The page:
Michael Herzfeld is Ernest E. Monrad Professor of the Social Sciences in the Department of Anthropology at Harvard University, where has taught since 1991. He is also IIAS Visiting Professor of Critical Heritage Studies at the University of Leiden (and Senior Advisor to the Critical Heritage Studies Initiative of the International Institute for Asian Studies, Leiden); Professorial Fellow at the University of Melbourne; and Visiting Professor and Chang Jiang (Yangtze River) Scholar at Shanghai International Studies University (2015-17). The author of eleven books -- including Cultural Intimacy: Social Poetics in the Nation-State (1997; 3rd edition, 2016), The Body Impolitic: Artisans and Artifice in the Global Hierarchy of Value (2004), Evicted from Eternity: The Restructuring of Modern Rome (2009), and Siege of the Spirits: Community and Polity in Bangkok (2016) -- and numerous articles and reviews, he has also produced two ethnographic films (Monti Moments [2007] and Roman Restaurant Rhythms [2011]). He has served as editor of American Ethnologist (1995-98) and is currently editor-at-large (responsible for “Polyglot Perspectives”) at Anthropological Quarterly. He is also a member of the editorial boards of several other journals, including International Journal of Heritage Studies, Anthropology Today, and South East Asia Research. An advocate for “engaged anthropology,” he has conducted research in Greece, Italy, and Thailand on, inter alia, the social and political impact of historic conservation and gentrification, the discourses and practices of crypto-colonialism, social poetics, the dynamics of nationalism and bureaucracy, and the ethnography of knowledge among artisans and intellectuals.

 

Samedi le 4 juin, de 18h à 19h30

Au Pavillon Judith-Jasmin de l'UQAM - Salle Alfred-Laliberté

 

Le patrimoine, ça change quoi?

(interprétation simultanée disponible | simultaneous interpretation available)

Sur inscription

 

Par Lucie K. Morisset

LUCIE2

Titulaire de la Chaire de recherche du Canada en patrimoine urbain, Lucie K. Morisset est professeure au Département d’études urbaines et touristiques de l’École des sciences de la gestion, à l’Université du Québec à Montréal.


Historienne d’architecture par formation, elle s’intéresse aux idées et aux objets de l’urbanisme, notamment dans les villes de compagnie. Elle mène des recherches sur la morphogenèse et la sémiogenèse du paysage construit et sur les relations entre l’identité, la culture et les territoires comme elles se manifestent par l’entremise des pratiques patrimoniales et la production des discours sur le patrimoine. Ses travaux incluent des initiatives de recherche action sur la valorisation du patrimoine et les communautés patrimoniales en partenariat avec des collectivités locales.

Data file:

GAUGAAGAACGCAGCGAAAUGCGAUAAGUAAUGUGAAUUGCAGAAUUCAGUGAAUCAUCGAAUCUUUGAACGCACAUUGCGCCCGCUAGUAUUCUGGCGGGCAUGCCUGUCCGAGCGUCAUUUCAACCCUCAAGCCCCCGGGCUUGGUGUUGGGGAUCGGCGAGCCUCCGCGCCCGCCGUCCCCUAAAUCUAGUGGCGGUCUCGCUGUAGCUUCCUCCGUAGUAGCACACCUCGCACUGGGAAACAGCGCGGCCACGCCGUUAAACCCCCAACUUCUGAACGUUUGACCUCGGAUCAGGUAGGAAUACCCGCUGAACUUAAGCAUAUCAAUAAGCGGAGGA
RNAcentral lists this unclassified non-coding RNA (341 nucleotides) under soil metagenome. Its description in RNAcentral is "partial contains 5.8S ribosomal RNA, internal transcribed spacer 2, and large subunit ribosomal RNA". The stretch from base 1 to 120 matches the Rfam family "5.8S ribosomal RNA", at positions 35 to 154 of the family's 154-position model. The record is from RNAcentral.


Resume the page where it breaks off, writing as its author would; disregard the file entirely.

Lucie K. Morisset est membre de la Société royale du Canada.

Le samedi 4 juin, de 9h AM à 10h AM

Au Pavillon Judith-Jasmin (J) de l'UQAM - Salle Alfred-Laliberté

 

Small (ERA Architects Inc.)

Sur inscription

 

As Canada shifts from a resource-based economy to a knowledge-based economy, small communities that were established to service the primary sector are faced with a complex and unique set of challenges. They are communities built on a culture of hard work, resourcefulness, and creativity; their residents are now tasked with developing strategies to deal with a lack of employment, depopulation and resettlement.

Small is premised on the notion that leveraging the rich cultural heritage of these places is crucial to the transition from resource-based to creative economies. The program began in 2010 by focusing on Newfoundland’s historic outports, and has since helped communities across Canada identify and use their cultural heritage resources - tangible and intangible - to explore place-based opportunities for renewal.  

The experience of working with these small communities has generated a picture of what sustainable rural economies might be: tied to the landscape as a natural and cultural resource; reliant on traditional cultural practices to generate new investment and entrepreneurial activity; and attractive to new residents who resist conventional urban and suburban development.

Our hope is that small communities, as they transition from natural to cultural resources, will play a pivotal role in redefining Canada’s national cultural identity, as well as its future economic success.

 

Le lundi 6 juin, 12h30 à 13h30

Concordia, John Molson School of Business Building (MB) - Conc060_(060)